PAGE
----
Welcome to Structure Corner, a series of Spotlights where we use StructureFlow to help explain the complexity behind current and engaging commercial issues, harnessing the power of visualisation to do so. In this Spotlight, we’re taking a look at the UK’s gas supply squeeze, delving into the detail behind this prominent news story.  

What is happening?

The price of natural gas across Europe and the UK is soaring. Over the course of 2021, prices have risen by an eye-watering 280% and by 70% since the start of August.

As a result, consumer energy bills have suffered big increases, with many smaller energy suppliers forced out of business and industrial production being affected as well. Prices of many consumer goods have increased due to increased costs through the supply chain, and some factories have been forced to temporarily shut down.

What are the contributing factors?

A number of factors have contributed to the current high prices, as shown in the diagram below.

Diagram from StructureFlow visualising three core factors affecting the price of the UK Gas Supply.

In the UK, around 40% of electricity is produced from natural gas, and so where other sources of electricity production are impacted, the demand for natural gas increases.

Europe is also having to compete with high demand from Asia, which is having energy production issues of its own – such as droughts in China in 2020 that led to lower hydropower generation.

Russia supplies about 50% of the EU’s natural gas imports, but despite demand clearly increasing recently, supply levels from Russia remain well below pre-pandemic supply levels. Russia is encouraging Europe to give the go-ahead for Nord Stream 2, a new pipeline transporting gas directly from Russia to Germany, but due to political controversy there are delays to its opening.

What is the impact on UK consumers?

Ofgem (the Office of Gas and Electricity Markets) imposes an energy price cap, limiting the amount companies can charge customers on particular tariffs or prepayment meters for gas and electricity. This cap has been raised from £1,138 to £1,277, increasing energy costs for 15m UK consumers.

This increase has not been enough for many of the UK’s smaller energy suppliers. Twelve suppliers have collapsed, being unable to source energy at a price that will enable them to supply it to consumers within the price cap. Nearly 2m customers of these suppliers have needed to be transferred by Ofgem over to other suppliers, as shown below.

Diagram from StructureFlow showcasing the effect of rising gas prices on collapsing energy suppliers.

Analysts have projected further rises in energy prices, and a further increase to the energy price cap, in 2022. In addition, as businesses pass on higher energy costs, consumers could continue to be hit by further price rises for other goods.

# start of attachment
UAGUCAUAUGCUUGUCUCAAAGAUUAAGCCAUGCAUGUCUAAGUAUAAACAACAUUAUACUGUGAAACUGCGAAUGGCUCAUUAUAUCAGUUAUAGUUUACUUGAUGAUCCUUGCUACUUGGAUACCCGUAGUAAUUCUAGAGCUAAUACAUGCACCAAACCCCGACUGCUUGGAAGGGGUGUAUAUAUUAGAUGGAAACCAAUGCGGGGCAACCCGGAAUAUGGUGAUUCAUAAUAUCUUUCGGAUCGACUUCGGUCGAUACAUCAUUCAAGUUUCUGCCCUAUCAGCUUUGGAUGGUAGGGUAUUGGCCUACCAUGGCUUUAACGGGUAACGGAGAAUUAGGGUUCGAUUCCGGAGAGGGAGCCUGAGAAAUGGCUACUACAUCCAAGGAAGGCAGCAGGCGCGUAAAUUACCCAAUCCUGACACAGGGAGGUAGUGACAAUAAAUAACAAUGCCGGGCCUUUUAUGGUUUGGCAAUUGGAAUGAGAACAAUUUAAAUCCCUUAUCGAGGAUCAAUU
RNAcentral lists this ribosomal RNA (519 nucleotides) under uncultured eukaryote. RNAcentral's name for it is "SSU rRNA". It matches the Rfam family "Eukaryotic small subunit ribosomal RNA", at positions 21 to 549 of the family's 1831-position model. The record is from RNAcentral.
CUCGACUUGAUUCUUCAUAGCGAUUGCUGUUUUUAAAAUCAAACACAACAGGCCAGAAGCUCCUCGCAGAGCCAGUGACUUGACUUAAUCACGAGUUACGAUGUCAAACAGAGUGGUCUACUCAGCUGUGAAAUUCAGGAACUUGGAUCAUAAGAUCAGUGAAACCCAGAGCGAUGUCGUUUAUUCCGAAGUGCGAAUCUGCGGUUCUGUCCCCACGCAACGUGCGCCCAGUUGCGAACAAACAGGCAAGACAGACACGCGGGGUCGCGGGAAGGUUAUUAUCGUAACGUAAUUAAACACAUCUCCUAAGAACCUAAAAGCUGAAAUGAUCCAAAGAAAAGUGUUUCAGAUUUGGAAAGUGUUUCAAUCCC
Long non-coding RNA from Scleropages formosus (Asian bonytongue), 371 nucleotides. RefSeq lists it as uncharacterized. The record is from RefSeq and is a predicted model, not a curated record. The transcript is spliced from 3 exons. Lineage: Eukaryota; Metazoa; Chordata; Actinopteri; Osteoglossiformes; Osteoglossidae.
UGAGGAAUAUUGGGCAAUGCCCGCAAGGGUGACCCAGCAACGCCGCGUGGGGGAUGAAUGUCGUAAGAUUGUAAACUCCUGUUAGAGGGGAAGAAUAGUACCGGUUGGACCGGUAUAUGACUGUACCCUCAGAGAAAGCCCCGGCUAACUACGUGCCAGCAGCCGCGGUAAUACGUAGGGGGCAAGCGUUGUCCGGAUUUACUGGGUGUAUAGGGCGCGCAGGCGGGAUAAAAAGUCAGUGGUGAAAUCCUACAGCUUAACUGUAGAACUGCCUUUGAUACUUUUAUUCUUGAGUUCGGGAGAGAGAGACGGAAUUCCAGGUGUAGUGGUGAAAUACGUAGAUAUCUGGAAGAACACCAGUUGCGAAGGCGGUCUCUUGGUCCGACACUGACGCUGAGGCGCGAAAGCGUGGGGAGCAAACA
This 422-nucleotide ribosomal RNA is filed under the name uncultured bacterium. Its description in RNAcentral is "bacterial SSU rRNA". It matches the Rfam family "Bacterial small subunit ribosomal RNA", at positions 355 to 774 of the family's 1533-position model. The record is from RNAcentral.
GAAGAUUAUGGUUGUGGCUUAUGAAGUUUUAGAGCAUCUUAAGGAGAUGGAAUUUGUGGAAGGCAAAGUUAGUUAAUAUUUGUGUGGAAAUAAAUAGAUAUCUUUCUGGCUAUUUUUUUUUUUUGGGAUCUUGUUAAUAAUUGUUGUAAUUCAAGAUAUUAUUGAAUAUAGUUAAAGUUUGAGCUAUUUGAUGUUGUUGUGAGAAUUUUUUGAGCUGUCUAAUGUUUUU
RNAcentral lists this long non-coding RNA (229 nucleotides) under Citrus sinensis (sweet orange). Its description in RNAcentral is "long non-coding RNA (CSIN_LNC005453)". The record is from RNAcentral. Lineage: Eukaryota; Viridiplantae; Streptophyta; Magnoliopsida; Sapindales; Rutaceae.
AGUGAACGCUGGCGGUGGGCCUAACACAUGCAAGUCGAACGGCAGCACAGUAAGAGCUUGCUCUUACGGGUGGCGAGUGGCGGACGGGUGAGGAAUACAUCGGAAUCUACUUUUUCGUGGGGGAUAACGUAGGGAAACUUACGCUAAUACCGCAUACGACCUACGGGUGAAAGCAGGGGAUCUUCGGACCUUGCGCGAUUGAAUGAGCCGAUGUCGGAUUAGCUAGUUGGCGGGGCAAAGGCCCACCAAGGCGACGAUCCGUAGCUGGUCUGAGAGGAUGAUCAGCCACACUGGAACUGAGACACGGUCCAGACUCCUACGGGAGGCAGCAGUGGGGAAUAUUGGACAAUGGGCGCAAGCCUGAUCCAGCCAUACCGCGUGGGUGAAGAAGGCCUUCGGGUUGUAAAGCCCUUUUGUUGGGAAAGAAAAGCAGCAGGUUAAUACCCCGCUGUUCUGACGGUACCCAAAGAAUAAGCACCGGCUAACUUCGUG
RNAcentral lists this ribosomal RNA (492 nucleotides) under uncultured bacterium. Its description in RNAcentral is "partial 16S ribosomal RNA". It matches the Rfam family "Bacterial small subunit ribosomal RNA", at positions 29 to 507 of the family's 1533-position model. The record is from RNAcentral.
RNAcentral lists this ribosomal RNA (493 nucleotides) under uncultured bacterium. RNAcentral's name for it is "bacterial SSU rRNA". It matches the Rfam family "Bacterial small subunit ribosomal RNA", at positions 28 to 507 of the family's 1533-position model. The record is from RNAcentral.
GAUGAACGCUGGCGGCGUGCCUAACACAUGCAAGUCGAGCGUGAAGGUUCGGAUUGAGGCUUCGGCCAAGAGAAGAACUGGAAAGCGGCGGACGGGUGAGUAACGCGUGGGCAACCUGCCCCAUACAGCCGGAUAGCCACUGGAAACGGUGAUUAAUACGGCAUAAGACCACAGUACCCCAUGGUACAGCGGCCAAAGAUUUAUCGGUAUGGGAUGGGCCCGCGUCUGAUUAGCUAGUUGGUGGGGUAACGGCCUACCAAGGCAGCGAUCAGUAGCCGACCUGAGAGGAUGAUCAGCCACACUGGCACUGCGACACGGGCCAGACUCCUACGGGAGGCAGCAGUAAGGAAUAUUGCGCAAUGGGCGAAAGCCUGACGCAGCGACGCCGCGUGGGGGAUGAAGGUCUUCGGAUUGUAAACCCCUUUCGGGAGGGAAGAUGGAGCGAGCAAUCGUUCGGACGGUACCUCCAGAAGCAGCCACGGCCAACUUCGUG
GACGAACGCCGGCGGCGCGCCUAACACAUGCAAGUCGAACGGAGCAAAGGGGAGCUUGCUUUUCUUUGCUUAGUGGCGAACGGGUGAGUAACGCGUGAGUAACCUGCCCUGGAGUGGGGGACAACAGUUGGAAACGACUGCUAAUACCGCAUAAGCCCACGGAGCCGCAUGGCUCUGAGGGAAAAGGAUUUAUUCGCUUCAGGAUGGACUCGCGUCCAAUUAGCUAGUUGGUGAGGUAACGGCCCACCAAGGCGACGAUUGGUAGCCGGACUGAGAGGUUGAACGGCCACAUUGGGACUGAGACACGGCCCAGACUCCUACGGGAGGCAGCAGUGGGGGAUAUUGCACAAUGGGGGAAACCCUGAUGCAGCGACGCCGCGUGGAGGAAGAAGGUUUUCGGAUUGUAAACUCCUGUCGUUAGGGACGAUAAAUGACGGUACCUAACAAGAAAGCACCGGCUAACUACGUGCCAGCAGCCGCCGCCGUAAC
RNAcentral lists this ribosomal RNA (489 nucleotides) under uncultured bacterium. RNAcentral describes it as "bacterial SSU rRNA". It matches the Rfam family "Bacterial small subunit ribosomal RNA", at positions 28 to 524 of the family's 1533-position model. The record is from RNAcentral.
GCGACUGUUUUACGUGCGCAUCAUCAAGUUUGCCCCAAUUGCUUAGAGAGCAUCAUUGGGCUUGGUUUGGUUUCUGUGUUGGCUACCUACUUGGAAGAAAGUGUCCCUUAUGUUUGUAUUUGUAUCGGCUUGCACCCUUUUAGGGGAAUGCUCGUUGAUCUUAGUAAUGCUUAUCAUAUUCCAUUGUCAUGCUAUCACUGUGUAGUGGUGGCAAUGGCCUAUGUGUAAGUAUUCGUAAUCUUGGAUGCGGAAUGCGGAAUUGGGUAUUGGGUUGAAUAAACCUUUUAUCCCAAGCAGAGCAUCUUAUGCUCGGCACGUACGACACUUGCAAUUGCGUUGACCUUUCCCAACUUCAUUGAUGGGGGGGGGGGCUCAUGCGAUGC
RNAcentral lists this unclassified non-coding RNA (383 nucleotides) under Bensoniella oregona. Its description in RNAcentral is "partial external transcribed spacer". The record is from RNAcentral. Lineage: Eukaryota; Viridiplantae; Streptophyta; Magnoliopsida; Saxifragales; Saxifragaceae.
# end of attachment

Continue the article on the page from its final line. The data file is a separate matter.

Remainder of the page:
Protecting against price hikes

A major reason for the collapse of smaller energy suppliers relates to their inability to sufficiently hedge against price volatility. Hedging enables energy suppliers to purchase natural gas and electricity in advance at a fixed price, giving some protection against prices rising in future periods.

Larger energy suppliers are able to hedge prices in this way to a far greater extent than smaller ones, leaving the smaller suppliers with a greater exposure to price increases.

A StructureFlow diagram demonstrating the process of energy hedging by energy suppliers and how it protects consumers.

As Ecotricity, an independent UK energy supplier, explained in a statement on 21 September to assure their own customers: “It’s important to know that [the collapsed companies] did not hedge their electricity and gas supplies, meaning they did not secure them in advance… Ecotricity has hedged its electricity and gas supplies. We have 90% of our requirement bought in advance for 12 months. The other 10% is not available until closer to the point of delivery. We are thus protected to the maximum possible… and our trading team are keeping a close eye on the situation.”

What is the outlook?

With gas storage levels in Europe and the UK dropping by 13% from the yearly average, there is a continued risk of further price increases. Whilst Consumers have at least been assured that there is no risk to supplies actually running out this winter, there could be more economic pain in store. The current crisis is also likely to trigger serious enquiries into the UK’s energy storage capabilities and could quicken the UK’s pivot away from natural gas. The full impact remains to be seen.

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